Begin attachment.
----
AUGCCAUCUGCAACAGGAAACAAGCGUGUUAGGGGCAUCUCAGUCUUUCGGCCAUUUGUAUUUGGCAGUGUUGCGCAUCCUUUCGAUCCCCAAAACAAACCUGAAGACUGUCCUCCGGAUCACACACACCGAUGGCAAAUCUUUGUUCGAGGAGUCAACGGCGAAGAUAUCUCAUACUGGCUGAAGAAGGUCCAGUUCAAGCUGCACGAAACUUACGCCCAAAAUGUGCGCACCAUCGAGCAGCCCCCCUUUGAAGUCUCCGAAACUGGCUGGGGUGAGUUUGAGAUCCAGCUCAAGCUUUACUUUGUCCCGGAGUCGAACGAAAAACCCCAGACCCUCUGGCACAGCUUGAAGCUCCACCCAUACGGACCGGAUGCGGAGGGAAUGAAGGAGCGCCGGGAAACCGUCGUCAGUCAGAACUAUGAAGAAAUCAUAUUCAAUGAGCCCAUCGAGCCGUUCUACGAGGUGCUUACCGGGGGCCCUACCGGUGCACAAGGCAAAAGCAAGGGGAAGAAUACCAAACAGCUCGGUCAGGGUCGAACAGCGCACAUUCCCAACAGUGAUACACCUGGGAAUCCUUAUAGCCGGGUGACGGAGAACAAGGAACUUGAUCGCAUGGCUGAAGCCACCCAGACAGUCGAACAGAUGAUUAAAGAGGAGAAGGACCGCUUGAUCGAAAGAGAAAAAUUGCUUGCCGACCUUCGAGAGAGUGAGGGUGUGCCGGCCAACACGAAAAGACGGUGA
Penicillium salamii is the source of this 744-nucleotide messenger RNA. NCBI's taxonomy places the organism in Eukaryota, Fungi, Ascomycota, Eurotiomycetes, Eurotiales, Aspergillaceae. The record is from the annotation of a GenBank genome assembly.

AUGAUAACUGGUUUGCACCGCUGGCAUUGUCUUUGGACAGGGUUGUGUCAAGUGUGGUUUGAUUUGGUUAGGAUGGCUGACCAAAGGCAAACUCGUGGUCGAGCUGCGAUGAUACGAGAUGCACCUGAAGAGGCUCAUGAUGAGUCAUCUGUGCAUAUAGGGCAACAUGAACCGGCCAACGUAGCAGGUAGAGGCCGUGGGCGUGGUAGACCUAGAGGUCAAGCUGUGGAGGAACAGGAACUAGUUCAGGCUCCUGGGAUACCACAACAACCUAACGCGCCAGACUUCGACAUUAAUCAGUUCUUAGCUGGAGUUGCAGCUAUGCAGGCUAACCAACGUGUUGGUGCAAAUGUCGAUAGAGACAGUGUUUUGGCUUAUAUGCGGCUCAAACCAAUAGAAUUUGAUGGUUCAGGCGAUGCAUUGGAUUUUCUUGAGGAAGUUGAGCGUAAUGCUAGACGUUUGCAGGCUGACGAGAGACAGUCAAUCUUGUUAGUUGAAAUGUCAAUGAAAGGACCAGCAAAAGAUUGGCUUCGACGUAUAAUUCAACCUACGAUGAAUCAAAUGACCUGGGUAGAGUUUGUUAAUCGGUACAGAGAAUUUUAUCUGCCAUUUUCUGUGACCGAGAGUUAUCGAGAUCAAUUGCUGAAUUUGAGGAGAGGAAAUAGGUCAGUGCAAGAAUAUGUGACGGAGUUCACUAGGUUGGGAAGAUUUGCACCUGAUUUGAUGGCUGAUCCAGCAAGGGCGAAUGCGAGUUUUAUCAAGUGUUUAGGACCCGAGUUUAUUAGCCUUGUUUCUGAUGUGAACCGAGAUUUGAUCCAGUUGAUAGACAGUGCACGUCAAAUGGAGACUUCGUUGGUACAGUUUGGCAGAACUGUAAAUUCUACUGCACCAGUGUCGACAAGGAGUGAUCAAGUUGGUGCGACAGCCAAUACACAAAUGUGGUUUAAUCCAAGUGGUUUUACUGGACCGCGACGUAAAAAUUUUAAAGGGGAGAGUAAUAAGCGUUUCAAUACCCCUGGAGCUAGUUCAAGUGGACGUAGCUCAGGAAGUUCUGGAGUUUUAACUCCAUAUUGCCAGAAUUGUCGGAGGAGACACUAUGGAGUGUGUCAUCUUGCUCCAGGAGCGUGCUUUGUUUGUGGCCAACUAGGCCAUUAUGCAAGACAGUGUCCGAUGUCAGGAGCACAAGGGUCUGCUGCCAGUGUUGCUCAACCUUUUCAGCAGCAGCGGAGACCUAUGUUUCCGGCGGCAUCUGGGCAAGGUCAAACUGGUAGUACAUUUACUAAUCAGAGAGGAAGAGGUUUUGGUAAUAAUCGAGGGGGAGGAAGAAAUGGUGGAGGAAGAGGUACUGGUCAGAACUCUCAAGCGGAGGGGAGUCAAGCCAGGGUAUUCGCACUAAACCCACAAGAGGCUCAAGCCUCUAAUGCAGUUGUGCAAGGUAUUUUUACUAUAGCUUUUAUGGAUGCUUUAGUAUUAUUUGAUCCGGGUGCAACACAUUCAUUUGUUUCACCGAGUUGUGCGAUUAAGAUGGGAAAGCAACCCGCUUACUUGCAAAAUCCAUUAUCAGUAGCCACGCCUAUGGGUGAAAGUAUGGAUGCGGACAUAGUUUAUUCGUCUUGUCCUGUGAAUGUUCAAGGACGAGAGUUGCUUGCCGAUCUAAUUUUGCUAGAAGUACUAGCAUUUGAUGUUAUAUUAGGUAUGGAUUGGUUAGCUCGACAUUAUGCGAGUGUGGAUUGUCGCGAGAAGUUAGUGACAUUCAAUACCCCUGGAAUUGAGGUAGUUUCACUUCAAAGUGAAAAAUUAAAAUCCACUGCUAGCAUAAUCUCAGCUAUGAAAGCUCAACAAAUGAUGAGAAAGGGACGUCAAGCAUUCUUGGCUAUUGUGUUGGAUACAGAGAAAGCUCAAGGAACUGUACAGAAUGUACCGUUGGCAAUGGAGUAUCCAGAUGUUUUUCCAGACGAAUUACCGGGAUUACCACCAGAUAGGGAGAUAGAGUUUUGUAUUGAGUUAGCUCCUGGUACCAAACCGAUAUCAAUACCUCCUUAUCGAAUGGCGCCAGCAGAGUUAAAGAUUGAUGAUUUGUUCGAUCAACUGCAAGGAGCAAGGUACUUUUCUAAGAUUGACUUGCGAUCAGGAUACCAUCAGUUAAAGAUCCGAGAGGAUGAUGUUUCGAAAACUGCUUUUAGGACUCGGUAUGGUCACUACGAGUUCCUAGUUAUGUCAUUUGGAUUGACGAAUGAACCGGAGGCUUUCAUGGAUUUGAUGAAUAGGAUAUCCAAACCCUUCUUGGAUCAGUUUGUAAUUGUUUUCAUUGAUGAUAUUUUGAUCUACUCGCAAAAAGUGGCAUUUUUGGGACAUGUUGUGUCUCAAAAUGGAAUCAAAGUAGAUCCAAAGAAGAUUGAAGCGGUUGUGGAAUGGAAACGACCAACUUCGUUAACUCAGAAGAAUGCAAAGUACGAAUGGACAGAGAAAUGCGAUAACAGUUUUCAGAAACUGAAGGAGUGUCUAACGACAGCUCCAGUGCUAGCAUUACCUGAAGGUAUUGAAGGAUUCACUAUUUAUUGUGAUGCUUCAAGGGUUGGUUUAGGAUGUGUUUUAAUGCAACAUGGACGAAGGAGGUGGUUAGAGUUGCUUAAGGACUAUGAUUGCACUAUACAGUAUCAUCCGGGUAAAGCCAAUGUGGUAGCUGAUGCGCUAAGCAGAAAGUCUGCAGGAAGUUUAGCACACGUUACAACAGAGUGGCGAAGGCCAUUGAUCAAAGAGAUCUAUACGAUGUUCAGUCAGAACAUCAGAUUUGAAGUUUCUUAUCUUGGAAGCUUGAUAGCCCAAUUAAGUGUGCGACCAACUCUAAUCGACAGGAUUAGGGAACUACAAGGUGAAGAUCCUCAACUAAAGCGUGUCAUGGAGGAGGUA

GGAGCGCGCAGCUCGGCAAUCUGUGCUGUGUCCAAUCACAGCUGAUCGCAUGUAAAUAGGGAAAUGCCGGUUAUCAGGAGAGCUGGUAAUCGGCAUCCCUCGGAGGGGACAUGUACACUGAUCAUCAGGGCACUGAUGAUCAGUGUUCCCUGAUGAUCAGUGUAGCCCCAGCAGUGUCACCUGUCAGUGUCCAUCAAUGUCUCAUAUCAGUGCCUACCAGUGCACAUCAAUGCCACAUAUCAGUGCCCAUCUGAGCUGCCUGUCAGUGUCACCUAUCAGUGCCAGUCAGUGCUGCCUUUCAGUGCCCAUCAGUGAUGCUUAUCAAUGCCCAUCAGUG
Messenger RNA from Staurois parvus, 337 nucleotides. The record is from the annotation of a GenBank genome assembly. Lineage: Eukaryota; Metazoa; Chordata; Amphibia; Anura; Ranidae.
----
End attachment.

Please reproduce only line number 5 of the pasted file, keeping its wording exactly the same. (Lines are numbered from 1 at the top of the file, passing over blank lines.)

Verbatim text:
Messenger RNA from Staurois parvus, 337 nucleotides. The record is from the annotation of a GenBank genome assembly. Lineage: Eukaryota; Metazoa; Chordata; Amphibia; Anura; Ranidae.